Ricky Baez 15:30
Two completely different points of view as far as work ethic is concerned. Now, let me bring it back to burnout. What I’m seeing here with burnout because I am with you on this Pete. The burnout I’m seeing today, what people say, is different than what I had growing up in my career, but then I go back to that example. It’s not that it’s right, wrong. It’s that it’s just different. They have nothing to compare it to.
Ricky Baez 15:58
Right, of course, I’m talking to younger people, the younger workforce, especially the workforce, who came into the workforce during COVID, they think this is normal. And it’s not. Whereas you and I have something, a different time, a different ethic, to compare it to. So, to me when somebody says, I’m burnt out, and I’m like, in the back of my head, that’s not burnout. I know burnout.
Pete Newsome 16:24
Burnout to me is you’ve been working 70-hour days consecutively for four months, and you need a break. Not you’ve been working at home for maybe 40.
Ricky Baez 16:34
Right? Yeah, it’s different.
Pete Newsome 16:37
It is vastly different. And I don’t know what to attribute it to? Because if that burns you out, what’s not going to burn you out?
Ricky Baez 16:50
Honestly, I think and God, I’m speaking out a term here, but I’m going to say it anyway Pete. I really think the best way to help somebody with burnout, when they just started out in their career is there’s nothing much more you can do other than advise that person and let time let them know that wasn’t burnout. Just how us, for you and me, back then when we thought we were being burnt out and now we’re looking back.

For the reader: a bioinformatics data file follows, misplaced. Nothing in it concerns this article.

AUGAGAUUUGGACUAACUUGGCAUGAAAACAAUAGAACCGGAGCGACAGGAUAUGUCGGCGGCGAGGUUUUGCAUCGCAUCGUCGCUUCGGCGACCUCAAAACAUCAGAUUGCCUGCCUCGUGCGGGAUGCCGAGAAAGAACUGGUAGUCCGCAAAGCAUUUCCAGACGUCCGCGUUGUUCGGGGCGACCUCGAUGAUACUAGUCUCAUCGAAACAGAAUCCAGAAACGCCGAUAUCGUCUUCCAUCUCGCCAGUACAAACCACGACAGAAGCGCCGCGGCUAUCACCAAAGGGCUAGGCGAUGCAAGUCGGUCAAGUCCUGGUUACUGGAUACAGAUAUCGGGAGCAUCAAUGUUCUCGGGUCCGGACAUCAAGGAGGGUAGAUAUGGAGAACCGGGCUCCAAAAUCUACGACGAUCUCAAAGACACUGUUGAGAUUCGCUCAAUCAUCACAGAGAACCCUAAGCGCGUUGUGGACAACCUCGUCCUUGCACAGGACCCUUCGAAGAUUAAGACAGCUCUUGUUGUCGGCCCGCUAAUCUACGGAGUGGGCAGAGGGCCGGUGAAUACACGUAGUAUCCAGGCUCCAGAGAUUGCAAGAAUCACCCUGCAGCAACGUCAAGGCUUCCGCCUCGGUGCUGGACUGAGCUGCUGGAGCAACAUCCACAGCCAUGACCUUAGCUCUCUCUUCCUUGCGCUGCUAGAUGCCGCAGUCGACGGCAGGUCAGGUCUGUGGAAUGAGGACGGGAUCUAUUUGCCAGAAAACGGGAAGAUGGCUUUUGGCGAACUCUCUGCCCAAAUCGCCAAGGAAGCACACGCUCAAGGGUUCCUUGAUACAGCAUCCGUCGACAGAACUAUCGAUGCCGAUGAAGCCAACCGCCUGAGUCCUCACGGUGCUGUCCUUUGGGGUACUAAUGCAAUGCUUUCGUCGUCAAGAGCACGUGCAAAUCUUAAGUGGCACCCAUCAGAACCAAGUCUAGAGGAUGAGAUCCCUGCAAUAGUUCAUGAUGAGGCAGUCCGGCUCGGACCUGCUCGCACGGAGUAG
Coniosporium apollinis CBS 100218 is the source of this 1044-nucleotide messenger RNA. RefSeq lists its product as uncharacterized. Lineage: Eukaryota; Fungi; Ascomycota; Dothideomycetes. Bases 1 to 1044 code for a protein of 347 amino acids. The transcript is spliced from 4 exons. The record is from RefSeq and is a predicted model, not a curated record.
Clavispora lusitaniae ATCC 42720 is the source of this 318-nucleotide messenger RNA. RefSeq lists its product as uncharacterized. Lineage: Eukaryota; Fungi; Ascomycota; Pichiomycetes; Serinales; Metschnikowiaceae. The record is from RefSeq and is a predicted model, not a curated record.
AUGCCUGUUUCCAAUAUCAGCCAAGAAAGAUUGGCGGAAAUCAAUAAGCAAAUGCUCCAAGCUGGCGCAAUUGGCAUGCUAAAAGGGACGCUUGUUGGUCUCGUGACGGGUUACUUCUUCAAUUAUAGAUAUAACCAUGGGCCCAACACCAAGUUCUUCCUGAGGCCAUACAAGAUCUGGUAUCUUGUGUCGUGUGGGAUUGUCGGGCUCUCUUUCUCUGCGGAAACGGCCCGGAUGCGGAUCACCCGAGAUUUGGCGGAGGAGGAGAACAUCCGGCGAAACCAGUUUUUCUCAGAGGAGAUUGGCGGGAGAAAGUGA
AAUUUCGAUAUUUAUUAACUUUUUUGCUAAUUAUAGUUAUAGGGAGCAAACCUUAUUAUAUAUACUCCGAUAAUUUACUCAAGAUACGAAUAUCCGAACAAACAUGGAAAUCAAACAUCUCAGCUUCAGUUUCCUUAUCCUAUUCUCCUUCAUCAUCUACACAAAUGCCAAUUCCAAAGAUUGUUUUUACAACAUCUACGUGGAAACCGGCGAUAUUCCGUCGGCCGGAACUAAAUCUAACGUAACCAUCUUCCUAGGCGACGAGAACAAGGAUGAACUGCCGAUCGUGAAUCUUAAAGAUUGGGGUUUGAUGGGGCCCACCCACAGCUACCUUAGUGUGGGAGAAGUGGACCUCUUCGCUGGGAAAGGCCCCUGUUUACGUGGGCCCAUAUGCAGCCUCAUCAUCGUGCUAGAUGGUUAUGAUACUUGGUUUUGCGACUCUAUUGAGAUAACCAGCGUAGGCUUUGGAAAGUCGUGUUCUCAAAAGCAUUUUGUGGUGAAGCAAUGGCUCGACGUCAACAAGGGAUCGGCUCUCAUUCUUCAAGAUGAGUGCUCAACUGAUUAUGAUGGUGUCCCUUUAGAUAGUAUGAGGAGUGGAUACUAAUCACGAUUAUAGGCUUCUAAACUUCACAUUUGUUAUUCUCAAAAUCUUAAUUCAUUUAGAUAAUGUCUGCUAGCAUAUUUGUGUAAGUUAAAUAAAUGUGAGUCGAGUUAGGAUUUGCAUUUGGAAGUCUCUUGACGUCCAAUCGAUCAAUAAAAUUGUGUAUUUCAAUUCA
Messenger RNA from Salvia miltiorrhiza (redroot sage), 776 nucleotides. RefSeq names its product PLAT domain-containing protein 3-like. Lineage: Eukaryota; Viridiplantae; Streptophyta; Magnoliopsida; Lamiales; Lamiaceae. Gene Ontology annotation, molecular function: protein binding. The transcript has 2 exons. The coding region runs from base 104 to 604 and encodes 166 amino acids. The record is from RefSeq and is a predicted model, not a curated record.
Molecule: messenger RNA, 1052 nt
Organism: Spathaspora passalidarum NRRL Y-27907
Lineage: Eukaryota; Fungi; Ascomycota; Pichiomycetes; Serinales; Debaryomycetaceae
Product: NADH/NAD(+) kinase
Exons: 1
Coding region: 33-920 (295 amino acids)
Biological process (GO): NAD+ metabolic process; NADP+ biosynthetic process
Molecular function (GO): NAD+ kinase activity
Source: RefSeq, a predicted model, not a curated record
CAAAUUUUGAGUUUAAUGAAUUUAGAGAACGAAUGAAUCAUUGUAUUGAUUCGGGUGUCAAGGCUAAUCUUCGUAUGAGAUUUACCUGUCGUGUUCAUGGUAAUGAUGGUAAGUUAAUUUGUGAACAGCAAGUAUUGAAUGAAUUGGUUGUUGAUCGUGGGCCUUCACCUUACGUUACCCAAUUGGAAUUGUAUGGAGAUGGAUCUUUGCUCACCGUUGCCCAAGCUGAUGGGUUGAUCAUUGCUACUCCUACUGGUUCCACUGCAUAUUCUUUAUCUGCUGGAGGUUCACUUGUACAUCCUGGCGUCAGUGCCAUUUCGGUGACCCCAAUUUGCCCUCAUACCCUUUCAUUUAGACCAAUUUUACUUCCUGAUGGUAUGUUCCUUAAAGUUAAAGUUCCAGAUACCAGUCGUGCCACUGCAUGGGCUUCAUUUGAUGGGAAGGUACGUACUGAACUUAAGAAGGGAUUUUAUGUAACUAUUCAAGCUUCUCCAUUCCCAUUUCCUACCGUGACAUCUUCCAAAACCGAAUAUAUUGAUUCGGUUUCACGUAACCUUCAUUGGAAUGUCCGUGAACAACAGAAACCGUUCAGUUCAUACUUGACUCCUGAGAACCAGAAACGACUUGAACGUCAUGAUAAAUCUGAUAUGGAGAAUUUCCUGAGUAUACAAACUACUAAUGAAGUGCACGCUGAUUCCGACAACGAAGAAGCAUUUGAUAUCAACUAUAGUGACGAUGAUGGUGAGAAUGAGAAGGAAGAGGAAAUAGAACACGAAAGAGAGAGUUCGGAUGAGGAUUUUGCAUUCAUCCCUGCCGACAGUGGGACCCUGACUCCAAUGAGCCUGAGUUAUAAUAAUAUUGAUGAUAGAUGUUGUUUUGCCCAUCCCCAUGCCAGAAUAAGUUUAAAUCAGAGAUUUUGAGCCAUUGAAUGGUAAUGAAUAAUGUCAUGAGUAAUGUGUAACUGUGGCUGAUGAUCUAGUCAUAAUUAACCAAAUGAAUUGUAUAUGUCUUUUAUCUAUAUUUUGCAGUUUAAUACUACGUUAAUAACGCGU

Ricky Baez 17:17
And that’s normal for us. We’re like that wasn’t burnout, right? That’s something very different. So, I think we need to give them time if they don’t want to be here because they feel burnt out, right? Obviously, let’s try to help them as much as we can. But why are we here though, we have to run a business and we’re here to make money, right?
Ricky Baez 17:36
We got to make sure that whatever we do for somebody that says I’m being burnt out, and we disagree with it that yeah, let’s help them out a little bit, but not to the point that we start losing money and we start getting away from the reason we’re in the business, to begin with. So sometimes it’s maybe you do have to go somewhere else and see what the other side has to offer. And you know, if you’ve been performing with us, and we’ll welcome you back with open arms if you left on good terms.
Pete Newsome 18:02
Yeah, I think that there’s going to be a cycle with, you know, I would say the younger professional generation is going to have to experience that.
Ricky Baez 18:15
Pete Newsome 18:16
Right? Because there are so many jobs open right now. It’s very easy to move from one to the other. And companies, we know this to be definitively true, that companies are jumping through hoops right now to attract talent offering what I consider to be unnatural things. Maybe I am a boomer. I’m not age-wise, but my thinking is at times, with things like unlimited vacation days. Now as an employee, that sounds amazing. As a business owner, I struggle with that. As a staffing professional, I struggle with that.
Pete Newsome 18:51
Now admittedly, we have internally at 4 Corner now offer up to unlimited, you can earn potentially unlimited vacation days, right? And that was a plan that I signed off on, one that I scratched my head over a little bit, right because if it starts to get abused at some point, it could be detrimental to the organization as a whole. And you shouldn’t ever have a compensation plan or benefits plan that would lead to the company’s demise. But when I see companies from day one, you can have unlimited benefits or unlimited vacation days.
Pete Newsome 19:31